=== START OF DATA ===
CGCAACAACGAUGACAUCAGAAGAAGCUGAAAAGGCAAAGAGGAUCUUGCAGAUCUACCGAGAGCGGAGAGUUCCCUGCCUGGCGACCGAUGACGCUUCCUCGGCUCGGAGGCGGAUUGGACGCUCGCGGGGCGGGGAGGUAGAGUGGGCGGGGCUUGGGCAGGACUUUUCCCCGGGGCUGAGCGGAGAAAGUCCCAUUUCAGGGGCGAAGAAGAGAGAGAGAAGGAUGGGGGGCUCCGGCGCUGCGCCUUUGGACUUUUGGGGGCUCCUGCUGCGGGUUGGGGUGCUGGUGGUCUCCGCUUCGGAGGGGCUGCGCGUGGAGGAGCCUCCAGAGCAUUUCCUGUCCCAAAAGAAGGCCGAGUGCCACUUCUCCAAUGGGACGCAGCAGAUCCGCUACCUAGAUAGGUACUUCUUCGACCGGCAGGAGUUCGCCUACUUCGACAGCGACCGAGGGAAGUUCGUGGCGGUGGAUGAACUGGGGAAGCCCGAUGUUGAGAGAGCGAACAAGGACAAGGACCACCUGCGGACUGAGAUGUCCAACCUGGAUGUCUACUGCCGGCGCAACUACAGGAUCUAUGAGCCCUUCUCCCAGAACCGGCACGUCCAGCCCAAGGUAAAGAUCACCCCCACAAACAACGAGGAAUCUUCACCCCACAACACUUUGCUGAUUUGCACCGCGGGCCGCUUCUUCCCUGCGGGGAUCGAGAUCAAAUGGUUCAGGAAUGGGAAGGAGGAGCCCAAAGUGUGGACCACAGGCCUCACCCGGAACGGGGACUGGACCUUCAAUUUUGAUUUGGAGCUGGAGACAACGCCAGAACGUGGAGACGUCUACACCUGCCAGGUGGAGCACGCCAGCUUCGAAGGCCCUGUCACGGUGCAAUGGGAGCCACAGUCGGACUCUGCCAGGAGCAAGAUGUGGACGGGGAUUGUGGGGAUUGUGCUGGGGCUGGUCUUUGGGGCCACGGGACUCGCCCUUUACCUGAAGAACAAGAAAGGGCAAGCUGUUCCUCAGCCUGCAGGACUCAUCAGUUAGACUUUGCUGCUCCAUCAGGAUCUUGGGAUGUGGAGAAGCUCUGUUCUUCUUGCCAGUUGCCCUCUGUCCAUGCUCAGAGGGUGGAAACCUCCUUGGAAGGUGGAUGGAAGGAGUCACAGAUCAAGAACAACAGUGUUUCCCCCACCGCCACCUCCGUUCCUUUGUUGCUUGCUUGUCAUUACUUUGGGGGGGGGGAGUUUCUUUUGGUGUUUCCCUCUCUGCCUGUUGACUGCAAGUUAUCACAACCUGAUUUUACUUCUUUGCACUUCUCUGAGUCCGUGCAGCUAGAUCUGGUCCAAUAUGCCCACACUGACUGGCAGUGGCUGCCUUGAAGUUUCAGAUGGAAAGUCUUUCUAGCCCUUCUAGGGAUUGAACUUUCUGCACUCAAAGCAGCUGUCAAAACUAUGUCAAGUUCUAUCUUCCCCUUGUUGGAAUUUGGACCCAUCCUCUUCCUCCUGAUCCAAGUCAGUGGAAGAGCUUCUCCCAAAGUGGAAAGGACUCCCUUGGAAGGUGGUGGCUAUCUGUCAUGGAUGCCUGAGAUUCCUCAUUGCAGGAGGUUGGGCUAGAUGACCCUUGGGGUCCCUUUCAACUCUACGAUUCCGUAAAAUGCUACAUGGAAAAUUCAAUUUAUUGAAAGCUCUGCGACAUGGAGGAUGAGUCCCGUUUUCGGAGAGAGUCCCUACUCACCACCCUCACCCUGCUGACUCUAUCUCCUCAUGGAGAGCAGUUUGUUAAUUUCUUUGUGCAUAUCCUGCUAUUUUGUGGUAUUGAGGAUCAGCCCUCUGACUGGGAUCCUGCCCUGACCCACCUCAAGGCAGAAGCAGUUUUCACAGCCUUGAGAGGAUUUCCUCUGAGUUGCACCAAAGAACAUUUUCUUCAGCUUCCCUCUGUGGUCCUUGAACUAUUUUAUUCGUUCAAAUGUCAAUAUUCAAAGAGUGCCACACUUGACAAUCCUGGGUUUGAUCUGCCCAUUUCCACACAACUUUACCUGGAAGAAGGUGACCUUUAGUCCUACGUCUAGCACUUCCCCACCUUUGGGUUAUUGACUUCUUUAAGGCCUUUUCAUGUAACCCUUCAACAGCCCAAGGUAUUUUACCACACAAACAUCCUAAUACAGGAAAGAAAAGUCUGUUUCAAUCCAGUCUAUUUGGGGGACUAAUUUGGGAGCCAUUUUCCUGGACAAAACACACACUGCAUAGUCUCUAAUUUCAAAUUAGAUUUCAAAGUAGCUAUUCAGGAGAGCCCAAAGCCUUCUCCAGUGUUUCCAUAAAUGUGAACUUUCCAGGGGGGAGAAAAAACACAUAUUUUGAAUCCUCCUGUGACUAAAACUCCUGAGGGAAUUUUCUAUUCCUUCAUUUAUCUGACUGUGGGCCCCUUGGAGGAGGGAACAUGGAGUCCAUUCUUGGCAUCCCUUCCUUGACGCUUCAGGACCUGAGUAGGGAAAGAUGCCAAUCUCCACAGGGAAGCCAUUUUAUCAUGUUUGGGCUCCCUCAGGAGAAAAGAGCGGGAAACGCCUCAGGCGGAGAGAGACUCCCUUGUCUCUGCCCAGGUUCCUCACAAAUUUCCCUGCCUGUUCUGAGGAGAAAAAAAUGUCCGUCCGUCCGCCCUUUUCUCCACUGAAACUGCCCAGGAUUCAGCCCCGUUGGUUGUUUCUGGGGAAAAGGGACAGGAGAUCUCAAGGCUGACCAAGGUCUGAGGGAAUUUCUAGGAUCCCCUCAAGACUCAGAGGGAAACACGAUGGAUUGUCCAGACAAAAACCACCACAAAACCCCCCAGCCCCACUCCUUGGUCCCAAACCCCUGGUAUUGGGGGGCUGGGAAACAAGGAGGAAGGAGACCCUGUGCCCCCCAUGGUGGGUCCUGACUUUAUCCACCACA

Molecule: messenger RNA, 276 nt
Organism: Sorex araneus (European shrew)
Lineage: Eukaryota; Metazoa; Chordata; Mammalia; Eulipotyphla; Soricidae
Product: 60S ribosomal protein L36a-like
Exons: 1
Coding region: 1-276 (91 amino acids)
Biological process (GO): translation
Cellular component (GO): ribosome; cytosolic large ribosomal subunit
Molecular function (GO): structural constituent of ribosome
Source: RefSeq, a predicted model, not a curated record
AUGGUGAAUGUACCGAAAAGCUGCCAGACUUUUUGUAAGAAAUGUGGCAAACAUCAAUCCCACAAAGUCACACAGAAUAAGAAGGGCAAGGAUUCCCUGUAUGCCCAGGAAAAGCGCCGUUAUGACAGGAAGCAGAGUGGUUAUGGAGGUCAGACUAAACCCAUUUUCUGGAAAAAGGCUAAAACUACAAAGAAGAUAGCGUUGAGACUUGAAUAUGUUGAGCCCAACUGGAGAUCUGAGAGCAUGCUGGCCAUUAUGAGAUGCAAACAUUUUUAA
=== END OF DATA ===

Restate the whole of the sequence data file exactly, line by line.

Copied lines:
CGCAACAACGAUGACAUCAGAAGAAGCUGAAAAGGCAAAGAGGAUCUUGCAGAUCUACCGAGAGCGGAGAGUUCCCUGCCUGGCGACCGAUGACGCUUCCUCGGCUCGGAGGCGGAUUGGACGCUCGCGGGGCGGGGAGGUAGAGUGGGCGGGGCUUGGGCAGGACUUUUCCCCGGGGCUGAGCGGAGAAAGUCCCAUUUCAGGGGCGAAGAAGAGAGAGAGAAGGAUGGGGGGCUCCGGCGCUGCGCCUUUGGACUUUUGGGGGCUCCUGCUGCGGGUUGGGGUGCUGGUGGUCUCCGCUUCGGAGGGGCUGCGCGUGGAGGAGCCUCCAGAGCAUUUCCUGUCCCAAAAGAAGGCCGAGUGCCACUUCUCCAAUGGGACGCAGCAGAUCCGCUACCUAGAUAGGUACUUCUUCGACCGGCAGGAGUUCGCCUACUUCGACAGCGACCGAGGGAAGUUCGUGGCGGUGGAUGAACUGGGGAAGCCCGAUGUUGAGAGAGCGAACAAGGACAAGGACCACCUGCGGACUGAGAUGUCCAACCUGGAUGUCUACUGCCGGCGCAACUACAGGAUCUAUGAGCCCUUCUCCCAGAACCGGCACGUCCAGCCCAAGGUAAAGAUCACCCCCACAAACAACGAGGAAUCUUCACCCCACAACACUUUGCUGAUUUGCACCGCGGGCCGCUUCUUCCCUGCGGGGAUCGAGAUCAAAUGGUUCAGGAAUGGGAAGGAGGAGCCCAAAGUGUGGACCACAGGCCUCACCCGGAACGGGGACUGGACCUUCAAUUUUGAUUUGGAGCUGGAGACAACGCCAGAACGUGGAGACGUCUACACCUGCCAGGUGGAGCACGCCAGCUUCGAAGGCCCUGUCACGGUGCAAUGGGAGCCACAGUCGGACUCUGCCAGGAGCAAGAUGUGGACGGGGAUUGUGGGGAUUGUGCUGGGGCUGGUCUUUGGGGCCACGGGACUCGCCCUUUACCUGAAGAACAAGAAAGGGCAAGCUGUUCCUCAGCCUGCAGGACUCAUCAGUUAGACUUUGCUGCUCCAUCAGGAUCUUGGGAUGUGGAGAAGCUCUGUUCUUCUUGCCAGUUGCCCUCUGUCCAUGCUCAGAGGGUGGAAACCUCCUUGGAAGGUGGAUGGAAGGAGUCACAGAUCAAGAACAACAGUGUUUCCCCCACCGCCACCUCCGUUCCUUUGUUGCUUGCUUGUCAUUACUUUGGGGGGGGGGAGUUUCUUUUGGUGUUUCCCUCUCUGCCUGUUGACUGCAAGUUAUCACAACCUGAUUUUACUUCUUUGCACUUCUCUGAGUCCGUGCAGCUAGAUCUGGUCCAAUAUGCCCACACUGACUGGCAGUGGCUGCCUUGAAGUUUCAGAUGGAAAGUCUUUCUAGCCCUUCUAGGGAUUGAACUUUCUGCACUCAAAGCAGCUGUCAAAACUAUGUCAAGUUCUAUCUUCCCCUUGUUGGAAUUUGGACCCAUCCUCUUCCUCCUGAUCCAAGUCAGUGGAAGAGCUUCUCCCAAAGUGGAAAGGACUCCCUUGGAAGGUGGUGGCUAUCUGUCAUGGAUGCCUGAGAUUCCUCAUUGCAGGAGGUUGGGCUAGAUGACCCUUGGGGUCCCUUUCAACUCUACGAUUCCGUAAAAUGCUACAUGGAAAAUUCAAUUUAUUGAAAGCUCUGCGACAUGGAGGAUGAGUCCCGUUUUCGGAGAGAGUCCCUACUCACCACCCUCACCCUGCUGACUCUAUCUCCUCAUGGAGAGCAGUUUGUUAAUUUCUUUGUGCAUAUCCUGCUAUUUUGUGGUAUUGAGGAUCAGCCCUCUGACUGGGAUCCUGCCCUGACCCACCUCAAGGCAGAAGCAGUUUUCACAGCCUUGAGAGGAUUUCCUCUGAGUUGCACCAAAGAACAUUUUCUUCAGCUUCCCUCUGUGGUCCUUGAACUAUUUUAUUCGUUCAAAUGUCAAUAUUCAAAGAGUGCCACACUUGACAAUCCUGGGUUUGAUCUGCCCAUUUCCACACAACUUUACCUGGAAGAAGGUGACCUUUAGUCCUACGUCUAGCACUUCCCCACCUUUGGGUUAUUGACUUCUUUAAGGCCUUUUCAUGUAACCCUUCAACAGCCCAAGGUAUUUUACCACACAAACAUCCUAAUACAGGAAAGAAAAGUCUGUUUCAAUCCAGUCUAUUUGGGGGACUAAUUUGGGAGCCAUUUUCCUGGACAAAACACACACUGCAUAGUCUCUAAUUUCAAAUUAGAUUUCAAAGUAGCUAUUCAGGAGAGCCCAAAGCCUUCUCCAGUGUUUCCAUAAAUGUGAACUUUCCAGGGGGGAGAAAAAACACAUAUUUUGAAUCCUCCUGUGACUAAAACUCCUGAGGGAAUUUUCUAUUCCUUCAUUUAUCUGACUGUGGGCCCCUUGGAGGAGGGAACAUGGAGUCCAUUCUUGGCAUCCCUUCCUUGACGCUUCAGGACCUGAGUAGGGAAAGAUGCCAAUCUCCACAGGGAAGCCAUUUUAUCAUGUUUGGGCUCCCUCAGGAGAAAAGAGCGGGAAACGCCUCAGGCGGAGAGAGACUCCCUUGUCUCUGCCCAGGUUCCUCACAAAUUUCCCUGCCUGUUCUGAGGAGAAAAAAAUGUCCGUCCGUCCGCCCUUUUCUCCACUGAAACUGCCCAGGAUUCAGCCCCGUUGGUUGUUUCUGGGGAAAAGGGACAGGAGAUCUCAAGGCUGACCAAGGUCUGAGGGAAUUUCUAGGAUCCCCUCAAGACUCAGAGGGAAACACGAUGGAUUGUCCAGACAAAAACCACCACAAAACCCCCCAGCCCCACUCCUUGGUCCCAAACCCCUGGUAUUGGGGGGCUGGGAAACAAGGAGGAAGGAGACCCUGUGCCCCCCAUGGUGGGUCCUGACUUUAUCCACCACA

Molecule: messenger RNA, 276 nt
Organism: Sorex araneus (European shrew)
Lineage: Eukaryota; Metazoa; Chordata; Mammalia; Eulipotyphla; Soricidae
Product: 60S ribosomal protein L36a-like
Exons: 1
Coding region: 1-276 (91 amino acids)
Biological process (GO): translation
Cellular component (GO): ribosome; cytosolic large ribosomal subunit
Molecular function (GO): structural constituent of ribosome
Source: RefSeq, a predicted model, not a curated record
AUGGUGAAUGUACCGAAAAGCUGCCAGACUUUUUGUAAGAAAUGUGGCAAACAUCAAUCCCACAAAGUCACACAGAAUAAGAAGGGCAAGGAUUCCCUGUAUGCCCAGGAAAAGCGCCGUUAUGACAGGAAGCAGAGUGGUUAUGGAGGUCAGACUAAACCCAUUUUCUGGAAAAAGGCUAAAACUACAAAGAAGAUAGCGUUGAGACUUGAAUAUGUUGAGCCCAACUGGAGAUCUGAGAGCAUGCUGGCCAUUAUGAGAUGCAAACAUUUUUAA